American Airlines is in the news this June because it has had to cancel 40 flights out of Phoenix Arizona due to high temperatures. The cancelled flights were all scheduled on Bombadier CRJ airplanes, which have a maximum operating temperature of 118 degrees Fahrenheit, one degree below today’s projected high as the Southwest experiences a record-breaking heatwave.
Airplanes need lift to get off of the ground, and while some planes can make up the difference with a longer runway, the CRJ can’t because of its mass. High temperature can impact the amount of lift a plane can generate because the heat can change the density of the air.
So what does this have to do with you and your server?
Servers also have a maximum operating temperature, but it’s nothing to do with lift.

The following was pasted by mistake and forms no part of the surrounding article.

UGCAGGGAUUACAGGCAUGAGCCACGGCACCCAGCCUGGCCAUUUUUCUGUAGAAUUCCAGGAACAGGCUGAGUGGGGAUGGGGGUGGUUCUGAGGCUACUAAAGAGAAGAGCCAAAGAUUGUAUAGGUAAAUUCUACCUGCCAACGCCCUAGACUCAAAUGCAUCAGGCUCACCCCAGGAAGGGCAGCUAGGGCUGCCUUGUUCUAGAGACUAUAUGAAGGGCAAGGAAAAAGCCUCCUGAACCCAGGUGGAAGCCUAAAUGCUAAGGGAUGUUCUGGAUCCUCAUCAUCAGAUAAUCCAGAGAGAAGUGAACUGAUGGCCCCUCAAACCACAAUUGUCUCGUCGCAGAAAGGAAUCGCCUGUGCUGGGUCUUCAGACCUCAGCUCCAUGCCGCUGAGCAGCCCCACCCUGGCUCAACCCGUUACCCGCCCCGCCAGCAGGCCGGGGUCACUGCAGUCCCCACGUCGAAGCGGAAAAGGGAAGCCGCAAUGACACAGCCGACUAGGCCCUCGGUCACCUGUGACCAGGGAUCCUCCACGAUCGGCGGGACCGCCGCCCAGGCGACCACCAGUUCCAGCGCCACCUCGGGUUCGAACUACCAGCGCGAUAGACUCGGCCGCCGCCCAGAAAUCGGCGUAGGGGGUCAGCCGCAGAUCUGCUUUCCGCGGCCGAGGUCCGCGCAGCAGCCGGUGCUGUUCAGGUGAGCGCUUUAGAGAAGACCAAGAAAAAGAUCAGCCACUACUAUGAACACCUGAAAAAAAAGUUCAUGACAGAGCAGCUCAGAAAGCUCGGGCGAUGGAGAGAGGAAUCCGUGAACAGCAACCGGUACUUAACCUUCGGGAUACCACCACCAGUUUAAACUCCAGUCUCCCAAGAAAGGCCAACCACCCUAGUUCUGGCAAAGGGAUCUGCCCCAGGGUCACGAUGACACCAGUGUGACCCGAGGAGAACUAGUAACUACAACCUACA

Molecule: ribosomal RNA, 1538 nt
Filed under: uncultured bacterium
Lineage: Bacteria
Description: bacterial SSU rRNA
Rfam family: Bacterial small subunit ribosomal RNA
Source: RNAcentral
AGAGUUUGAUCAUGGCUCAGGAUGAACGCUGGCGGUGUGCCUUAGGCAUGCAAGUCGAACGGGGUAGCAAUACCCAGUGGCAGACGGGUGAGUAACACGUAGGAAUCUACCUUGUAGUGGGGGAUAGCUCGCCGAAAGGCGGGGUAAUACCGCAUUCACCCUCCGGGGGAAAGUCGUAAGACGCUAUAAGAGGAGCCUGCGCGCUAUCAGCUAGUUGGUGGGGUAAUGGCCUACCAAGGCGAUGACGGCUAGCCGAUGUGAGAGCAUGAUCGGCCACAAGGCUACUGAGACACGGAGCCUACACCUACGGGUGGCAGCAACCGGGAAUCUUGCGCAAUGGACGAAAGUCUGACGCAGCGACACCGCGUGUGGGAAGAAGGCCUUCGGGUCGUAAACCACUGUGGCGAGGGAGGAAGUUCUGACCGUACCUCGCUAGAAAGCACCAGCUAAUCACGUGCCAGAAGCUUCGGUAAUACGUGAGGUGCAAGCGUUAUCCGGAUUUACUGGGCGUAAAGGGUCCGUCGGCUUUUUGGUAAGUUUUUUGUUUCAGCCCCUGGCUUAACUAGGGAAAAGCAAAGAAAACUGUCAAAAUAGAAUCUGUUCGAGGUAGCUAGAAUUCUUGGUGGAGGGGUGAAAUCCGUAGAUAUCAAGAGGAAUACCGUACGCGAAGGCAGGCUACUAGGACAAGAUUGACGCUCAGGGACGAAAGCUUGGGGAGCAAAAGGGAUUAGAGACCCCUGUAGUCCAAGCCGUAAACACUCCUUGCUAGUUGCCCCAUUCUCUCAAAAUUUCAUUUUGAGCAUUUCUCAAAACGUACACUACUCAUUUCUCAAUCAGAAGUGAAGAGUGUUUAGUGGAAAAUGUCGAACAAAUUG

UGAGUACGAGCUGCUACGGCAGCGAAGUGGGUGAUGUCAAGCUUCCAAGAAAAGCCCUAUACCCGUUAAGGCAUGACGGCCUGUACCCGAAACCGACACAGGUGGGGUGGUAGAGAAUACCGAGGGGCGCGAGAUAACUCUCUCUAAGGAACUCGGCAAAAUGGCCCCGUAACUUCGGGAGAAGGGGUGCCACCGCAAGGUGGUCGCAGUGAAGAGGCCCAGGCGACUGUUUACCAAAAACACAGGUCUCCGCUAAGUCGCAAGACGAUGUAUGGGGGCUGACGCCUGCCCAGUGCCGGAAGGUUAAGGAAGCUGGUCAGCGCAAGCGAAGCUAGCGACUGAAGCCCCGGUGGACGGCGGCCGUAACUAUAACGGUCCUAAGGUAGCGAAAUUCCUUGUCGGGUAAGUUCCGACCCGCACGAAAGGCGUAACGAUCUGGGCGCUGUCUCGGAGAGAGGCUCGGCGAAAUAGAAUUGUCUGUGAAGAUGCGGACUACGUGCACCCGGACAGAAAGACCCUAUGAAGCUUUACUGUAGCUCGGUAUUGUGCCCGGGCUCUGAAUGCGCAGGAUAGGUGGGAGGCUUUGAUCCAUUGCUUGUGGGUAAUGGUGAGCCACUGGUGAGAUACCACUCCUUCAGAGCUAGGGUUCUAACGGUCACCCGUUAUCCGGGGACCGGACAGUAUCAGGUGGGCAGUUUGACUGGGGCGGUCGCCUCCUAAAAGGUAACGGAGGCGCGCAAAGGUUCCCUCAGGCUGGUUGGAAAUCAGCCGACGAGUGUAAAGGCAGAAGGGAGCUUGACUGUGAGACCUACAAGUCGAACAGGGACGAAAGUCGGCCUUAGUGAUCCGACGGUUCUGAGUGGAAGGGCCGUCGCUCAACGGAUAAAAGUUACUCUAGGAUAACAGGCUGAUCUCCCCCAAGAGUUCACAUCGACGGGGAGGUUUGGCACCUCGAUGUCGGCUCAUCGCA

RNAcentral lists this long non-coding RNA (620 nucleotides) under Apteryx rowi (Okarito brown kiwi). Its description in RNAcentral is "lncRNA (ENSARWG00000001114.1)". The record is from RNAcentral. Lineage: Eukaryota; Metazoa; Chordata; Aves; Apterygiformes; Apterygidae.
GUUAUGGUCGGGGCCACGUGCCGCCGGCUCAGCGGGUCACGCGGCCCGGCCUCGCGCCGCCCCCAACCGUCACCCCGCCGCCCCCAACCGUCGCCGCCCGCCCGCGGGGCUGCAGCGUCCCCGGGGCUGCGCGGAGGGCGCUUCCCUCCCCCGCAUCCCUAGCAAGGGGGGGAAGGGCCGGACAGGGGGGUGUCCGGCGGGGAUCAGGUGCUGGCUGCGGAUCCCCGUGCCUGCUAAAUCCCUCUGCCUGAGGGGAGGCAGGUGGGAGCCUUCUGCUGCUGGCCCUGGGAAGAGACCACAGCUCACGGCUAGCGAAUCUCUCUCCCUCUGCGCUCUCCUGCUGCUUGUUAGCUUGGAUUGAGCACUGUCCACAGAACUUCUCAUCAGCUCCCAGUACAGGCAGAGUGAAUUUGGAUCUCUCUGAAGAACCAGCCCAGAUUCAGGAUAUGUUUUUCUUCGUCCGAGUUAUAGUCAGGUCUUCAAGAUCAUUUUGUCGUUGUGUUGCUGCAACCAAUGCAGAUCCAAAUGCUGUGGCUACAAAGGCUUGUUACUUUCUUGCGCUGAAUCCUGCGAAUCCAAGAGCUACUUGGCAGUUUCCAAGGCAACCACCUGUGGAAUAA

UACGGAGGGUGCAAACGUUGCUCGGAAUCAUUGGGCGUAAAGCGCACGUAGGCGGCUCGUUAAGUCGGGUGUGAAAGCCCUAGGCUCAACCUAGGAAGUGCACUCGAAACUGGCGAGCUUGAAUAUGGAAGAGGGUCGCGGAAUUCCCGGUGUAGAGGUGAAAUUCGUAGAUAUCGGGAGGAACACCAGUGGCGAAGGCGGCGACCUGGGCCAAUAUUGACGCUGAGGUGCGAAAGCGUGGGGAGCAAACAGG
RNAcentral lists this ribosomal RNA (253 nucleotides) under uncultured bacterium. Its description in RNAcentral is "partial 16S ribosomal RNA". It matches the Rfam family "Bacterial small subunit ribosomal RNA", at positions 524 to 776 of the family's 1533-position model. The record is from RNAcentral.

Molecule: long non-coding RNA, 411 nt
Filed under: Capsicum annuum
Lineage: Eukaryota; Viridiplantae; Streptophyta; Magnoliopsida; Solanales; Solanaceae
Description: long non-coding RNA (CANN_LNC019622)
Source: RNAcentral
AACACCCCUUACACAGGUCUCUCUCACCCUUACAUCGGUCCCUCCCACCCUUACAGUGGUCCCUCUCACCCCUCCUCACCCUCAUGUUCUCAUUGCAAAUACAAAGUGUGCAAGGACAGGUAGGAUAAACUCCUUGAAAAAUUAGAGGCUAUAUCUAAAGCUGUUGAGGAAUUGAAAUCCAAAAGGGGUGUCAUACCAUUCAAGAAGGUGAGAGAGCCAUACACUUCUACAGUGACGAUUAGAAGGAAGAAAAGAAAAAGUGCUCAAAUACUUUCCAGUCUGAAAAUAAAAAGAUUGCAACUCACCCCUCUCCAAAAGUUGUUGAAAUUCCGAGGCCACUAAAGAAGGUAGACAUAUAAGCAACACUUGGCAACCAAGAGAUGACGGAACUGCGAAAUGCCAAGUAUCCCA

Your server is full of processors, hard drives, lights, and RAM, all of which generate some amount of heat while they are operating. If your server gets too hot several things could happen as a result of the temperature. First your processors can fail because of overheating – the delicate electronics can slow down or completely malfunction if they overheat. The next concern is your hard drives, which may start generating read/write errors or which may fail entirely as a result of the metal components expanding in the heat.
Temperature sensitivity is why servers are frequently kept in dedicated server rooms with careful climate control. Many server rooms have their own dedicated air conditioning, insulation, and exhaust systems to keep server temperatures stable.
PMCS sells HP Proliant servers, the maximum safe operating temperature for a Gen 9 HP Proliant is 95 degrees Fahrenheit.
With temperatures across the Southwest expected to hit record highs and excessive heat warnings in place in California, Nevada, and Arizona it’s worthwhile to check and see if your sever can handle the heat.
If you aren’t sure your server is up to the challenge call PMCS for a consultation – we can offer a variety of solutions to keep your business running as cool as a cucumber.